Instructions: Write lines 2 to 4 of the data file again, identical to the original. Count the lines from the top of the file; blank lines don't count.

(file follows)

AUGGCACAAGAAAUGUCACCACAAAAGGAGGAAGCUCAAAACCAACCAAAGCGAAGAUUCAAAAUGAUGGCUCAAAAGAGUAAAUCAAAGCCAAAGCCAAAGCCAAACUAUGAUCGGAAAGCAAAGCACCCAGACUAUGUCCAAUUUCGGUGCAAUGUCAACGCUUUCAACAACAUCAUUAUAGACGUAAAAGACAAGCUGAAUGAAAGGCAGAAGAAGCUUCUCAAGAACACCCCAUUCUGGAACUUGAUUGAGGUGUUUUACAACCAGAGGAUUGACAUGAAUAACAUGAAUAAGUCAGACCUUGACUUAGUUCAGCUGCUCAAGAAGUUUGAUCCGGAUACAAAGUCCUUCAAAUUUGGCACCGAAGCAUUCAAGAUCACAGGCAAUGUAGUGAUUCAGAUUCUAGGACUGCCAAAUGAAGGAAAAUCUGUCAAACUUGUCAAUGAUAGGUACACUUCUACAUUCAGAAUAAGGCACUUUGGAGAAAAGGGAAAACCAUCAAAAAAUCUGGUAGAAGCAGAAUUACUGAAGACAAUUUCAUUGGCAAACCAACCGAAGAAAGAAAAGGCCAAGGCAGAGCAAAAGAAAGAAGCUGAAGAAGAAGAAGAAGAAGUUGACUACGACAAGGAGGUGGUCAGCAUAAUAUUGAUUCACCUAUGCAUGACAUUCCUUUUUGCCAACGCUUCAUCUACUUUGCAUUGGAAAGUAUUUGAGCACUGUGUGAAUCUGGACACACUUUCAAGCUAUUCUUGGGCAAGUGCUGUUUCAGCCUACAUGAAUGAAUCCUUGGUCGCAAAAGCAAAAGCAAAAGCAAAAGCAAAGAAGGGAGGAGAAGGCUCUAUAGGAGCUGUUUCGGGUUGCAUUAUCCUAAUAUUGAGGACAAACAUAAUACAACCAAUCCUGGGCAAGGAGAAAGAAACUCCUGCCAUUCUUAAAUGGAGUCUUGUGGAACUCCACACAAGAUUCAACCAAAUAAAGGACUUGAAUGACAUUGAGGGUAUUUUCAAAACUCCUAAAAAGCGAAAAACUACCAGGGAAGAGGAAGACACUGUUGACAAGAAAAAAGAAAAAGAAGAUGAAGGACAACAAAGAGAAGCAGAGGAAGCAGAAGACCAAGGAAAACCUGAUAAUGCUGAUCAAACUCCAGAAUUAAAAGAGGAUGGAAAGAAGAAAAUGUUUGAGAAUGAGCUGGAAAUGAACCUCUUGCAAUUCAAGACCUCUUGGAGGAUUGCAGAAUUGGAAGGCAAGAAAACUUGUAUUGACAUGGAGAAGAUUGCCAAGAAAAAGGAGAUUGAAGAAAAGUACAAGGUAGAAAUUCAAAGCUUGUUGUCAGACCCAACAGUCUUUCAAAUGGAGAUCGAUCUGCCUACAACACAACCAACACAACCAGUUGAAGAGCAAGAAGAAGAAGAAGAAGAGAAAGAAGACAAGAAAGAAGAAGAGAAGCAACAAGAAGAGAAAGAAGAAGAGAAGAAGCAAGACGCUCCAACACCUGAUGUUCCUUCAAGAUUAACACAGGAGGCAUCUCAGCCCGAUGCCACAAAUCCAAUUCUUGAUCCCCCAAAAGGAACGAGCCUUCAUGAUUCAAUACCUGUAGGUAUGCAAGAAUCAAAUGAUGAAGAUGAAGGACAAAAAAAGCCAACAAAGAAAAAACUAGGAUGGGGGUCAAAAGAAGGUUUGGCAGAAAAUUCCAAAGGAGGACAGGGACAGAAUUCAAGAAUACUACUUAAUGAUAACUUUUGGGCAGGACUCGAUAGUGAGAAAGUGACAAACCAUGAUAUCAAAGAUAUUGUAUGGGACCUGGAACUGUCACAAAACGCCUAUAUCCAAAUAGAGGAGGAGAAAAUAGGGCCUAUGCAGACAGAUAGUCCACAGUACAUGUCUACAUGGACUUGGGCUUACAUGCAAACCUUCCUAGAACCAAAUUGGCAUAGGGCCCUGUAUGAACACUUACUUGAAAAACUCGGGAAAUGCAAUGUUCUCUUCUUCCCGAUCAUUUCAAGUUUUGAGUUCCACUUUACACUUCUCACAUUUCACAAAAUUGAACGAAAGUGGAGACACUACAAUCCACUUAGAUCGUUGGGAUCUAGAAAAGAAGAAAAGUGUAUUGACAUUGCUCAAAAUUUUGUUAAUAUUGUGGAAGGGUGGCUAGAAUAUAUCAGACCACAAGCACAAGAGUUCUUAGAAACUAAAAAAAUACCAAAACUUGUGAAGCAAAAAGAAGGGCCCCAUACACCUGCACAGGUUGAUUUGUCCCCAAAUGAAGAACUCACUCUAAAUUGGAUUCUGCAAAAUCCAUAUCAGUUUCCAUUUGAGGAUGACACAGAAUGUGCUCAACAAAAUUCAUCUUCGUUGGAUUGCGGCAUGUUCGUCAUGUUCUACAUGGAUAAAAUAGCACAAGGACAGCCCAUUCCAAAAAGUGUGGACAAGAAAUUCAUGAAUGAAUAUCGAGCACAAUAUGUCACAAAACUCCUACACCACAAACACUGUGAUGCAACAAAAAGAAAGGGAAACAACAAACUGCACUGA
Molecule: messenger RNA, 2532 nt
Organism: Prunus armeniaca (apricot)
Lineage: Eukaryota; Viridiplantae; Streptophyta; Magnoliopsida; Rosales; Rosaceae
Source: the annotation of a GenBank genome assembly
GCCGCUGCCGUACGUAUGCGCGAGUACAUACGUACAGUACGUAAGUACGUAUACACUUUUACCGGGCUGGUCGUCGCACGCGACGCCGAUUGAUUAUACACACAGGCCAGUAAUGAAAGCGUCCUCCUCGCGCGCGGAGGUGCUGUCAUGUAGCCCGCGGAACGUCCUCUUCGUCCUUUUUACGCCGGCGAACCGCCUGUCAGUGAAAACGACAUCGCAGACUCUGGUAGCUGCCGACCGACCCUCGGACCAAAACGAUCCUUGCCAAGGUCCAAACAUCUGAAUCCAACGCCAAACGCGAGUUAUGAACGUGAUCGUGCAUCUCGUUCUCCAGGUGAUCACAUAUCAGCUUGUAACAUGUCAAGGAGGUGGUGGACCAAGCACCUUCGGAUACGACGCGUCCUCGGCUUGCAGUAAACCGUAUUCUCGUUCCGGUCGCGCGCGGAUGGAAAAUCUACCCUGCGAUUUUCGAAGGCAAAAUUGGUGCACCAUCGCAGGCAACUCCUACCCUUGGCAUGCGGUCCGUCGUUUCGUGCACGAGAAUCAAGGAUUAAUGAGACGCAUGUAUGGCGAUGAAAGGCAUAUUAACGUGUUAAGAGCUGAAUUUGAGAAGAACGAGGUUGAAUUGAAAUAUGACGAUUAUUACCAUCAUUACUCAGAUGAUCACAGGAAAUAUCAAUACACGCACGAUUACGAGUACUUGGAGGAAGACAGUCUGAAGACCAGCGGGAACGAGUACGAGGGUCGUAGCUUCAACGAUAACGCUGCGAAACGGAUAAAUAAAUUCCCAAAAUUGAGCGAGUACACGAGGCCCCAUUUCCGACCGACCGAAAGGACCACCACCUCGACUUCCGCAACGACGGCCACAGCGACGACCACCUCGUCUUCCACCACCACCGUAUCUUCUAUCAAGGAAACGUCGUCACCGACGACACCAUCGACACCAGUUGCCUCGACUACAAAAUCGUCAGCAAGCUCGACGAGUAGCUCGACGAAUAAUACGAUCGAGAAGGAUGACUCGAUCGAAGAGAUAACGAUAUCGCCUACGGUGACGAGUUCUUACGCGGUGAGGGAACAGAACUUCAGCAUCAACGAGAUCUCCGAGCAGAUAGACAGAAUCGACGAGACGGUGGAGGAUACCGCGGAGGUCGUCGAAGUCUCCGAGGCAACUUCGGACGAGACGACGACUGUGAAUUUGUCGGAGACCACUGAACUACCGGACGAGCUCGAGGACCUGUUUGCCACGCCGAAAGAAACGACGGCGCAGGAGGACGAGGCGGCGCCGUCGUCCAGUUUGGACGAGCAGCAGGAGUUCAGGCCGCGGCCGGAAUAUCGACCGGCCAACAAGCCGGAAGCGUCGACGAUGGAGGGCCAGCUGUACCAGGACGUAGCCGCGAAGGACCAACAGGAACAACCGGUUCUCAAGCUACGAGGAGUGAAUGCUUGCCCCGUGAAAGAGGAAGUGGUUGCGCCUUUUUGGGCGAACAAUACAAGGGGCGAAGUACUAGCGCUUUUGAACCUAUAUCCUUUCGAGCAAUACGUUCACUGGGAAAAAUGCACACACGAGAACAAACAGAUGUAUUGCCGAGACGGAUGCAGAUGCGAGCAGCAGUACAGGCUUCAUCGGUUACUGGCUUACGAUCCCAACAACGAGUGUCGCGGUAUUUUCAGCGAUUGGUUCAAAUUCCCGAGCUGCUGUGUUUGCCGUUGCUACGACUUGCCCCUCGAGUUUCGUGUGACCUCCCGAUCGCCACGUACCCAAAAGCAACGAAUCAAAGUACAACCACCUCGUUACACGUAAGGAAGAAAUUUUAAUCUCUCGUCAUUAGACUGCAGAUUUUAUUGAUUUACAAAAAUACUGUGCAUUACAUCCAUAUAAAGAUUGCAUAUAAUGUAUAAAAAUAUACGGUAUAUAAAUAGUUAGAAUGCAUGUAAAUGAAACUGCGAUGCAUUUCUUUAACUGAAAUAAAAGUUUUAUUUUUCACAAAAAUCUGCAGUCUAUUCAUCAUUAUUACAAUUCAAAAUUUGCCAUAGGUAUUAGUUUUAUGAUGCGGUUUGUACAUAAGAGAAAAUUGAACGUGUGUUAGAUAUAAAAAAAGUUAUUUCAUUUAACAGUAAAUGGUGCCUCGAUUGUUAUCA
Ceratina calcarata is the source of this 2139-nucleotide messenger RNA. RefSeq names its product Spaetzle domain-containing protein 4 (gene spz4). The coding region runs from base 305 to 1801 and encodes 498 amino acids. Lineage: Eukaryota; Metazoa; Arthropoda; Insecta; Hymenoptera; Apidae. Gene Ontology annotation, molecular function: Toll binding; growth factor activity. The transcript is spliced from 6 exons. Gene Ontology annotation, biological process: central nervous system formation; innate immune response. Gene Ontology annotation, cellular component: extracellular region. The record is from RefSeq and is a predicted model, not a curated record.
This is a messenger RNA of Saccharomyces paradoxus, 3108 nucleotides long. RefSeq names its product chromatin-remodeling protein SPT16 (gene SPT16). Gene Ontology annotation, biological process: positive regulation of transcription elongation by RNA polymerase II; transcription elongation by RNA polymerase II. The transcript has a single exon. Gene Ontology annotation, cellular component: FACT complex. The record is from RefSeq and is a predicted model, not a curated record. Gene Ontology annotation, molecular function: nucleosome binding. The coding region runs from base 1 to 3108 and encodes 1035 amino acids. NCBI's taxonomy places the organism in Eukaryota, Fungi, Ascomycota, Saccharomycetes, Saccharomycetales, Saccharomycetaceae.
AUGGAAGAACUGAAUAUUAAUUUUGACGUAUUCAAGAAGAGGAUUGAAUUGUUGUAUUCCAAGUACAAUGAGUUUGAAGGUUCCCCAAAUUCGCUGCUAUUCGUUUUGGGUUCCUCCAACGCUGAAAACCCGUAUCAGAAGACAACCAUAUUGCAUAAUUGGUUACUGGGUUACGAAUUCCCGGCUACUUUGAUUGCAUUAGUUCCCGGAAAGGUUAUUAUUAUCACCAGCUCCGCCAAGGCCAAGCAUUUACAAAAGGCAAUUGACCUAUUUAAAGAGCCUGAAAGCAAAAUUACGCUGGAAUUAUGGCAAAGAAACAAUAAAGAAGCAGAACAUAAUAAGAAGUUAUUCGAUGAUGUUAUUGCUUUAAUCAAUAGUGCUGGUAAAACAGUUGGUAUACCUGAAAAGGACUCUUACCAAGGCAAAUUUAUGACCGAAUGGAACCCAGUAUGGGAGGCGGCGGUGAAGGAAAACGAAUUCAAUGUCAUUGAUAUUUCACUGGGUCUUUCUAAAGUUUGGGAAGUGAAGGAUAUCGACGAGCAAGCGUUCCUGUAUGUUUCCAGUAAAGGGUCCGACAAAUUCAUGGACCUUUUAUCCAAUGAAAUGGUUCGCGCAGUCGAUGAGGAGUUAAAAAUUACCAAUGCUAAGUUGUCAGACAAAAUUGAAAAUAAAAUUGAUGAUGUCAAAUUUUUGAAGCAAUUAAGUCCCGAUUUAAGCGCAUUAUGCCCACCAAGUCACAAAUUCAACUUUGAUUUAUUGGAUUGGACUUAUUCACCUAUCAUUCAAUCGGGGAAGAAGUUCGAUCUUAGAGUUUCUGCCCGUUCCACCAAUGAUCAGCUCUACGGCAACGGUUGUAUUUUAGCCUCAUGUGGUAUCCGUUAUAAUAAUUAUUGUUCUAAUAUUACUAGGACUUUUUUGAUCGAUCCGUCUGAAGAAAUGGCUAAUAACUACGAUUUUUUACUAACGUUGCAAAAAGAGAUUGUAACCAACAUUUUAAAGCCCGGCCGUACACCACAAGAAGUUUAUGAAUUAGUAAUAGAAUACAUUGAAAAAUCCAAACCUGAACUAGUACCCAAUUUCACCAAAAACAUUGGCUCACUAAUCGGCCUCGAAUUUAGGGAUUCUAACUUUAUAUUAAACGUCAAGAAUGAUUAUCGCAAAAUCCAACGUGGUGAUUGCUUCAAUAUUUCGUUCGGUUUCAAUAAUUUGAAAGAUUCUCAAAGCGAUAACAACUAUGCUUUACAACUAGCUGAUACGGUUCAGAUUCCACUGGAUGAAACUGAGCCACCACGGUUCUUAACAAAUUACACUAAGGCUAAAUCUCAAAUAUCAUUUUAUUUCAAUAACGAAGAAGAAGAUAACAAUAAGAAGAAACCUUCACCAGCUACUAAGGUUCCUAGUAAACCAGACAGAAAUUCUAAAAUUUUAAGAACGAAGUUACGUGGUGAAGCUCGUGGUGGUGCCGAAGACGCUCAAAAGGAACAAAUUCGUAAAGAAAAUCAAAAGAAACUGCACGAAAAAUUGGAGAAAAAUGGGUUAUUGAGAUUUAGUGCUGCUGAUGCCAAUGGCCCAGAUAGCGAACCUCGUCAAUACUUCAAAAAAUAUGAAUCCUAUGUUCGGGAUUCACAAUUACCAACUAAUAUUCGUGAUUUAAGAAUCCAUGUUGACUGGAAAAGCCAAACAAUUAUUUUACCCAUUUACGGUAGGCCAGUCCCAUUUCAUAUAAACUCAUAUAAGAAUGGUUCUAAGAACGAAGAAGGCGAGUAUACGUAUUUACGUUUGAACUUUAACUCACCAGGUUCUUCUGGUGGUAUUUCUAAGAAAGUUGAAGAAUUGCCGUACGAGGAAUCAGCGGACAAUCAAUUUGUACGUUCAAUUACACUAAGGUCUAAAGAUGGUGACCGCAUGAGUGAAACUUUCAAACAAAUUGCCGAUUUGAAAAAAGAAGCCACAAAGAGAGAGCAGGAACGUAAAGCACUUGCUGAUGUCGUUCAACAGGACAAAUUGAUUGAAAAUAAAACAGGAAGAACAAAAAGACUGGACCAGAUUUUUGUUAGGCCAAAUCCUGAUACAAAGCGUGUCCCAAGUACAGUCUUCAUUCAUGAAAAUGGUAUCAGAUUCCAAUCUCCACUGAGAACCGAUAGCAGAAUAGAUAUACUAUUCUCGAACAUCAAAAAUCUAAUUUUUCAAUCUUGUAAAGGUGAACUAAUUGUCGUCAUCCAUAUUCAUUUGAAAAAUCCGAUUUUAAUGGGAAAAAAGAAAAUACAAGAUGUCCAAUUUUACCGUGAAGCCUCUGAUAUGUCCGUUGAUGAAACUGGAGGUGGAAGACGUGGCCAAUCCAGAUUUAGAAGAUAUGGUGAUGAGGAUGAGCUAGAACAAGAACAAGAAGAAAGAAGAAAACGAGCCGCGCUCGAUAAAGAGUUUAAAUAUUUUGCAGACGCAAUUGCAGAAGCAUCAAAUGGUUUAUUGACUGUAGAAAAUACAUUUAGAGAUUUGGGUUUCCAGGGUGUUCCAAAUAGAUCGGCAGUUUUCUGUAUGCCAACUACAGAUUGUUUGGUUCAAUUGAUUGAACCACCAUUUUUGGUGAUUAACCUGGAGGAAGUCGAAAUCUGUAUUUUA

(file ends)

Molecule: messenger RNA, 2532 nt
Organism: Prunus armeniaca (apricot)
Lineage: Eukaryota; Viridiplantae; Streptophyta; Magnoliopsida; Rosales; Rosaceae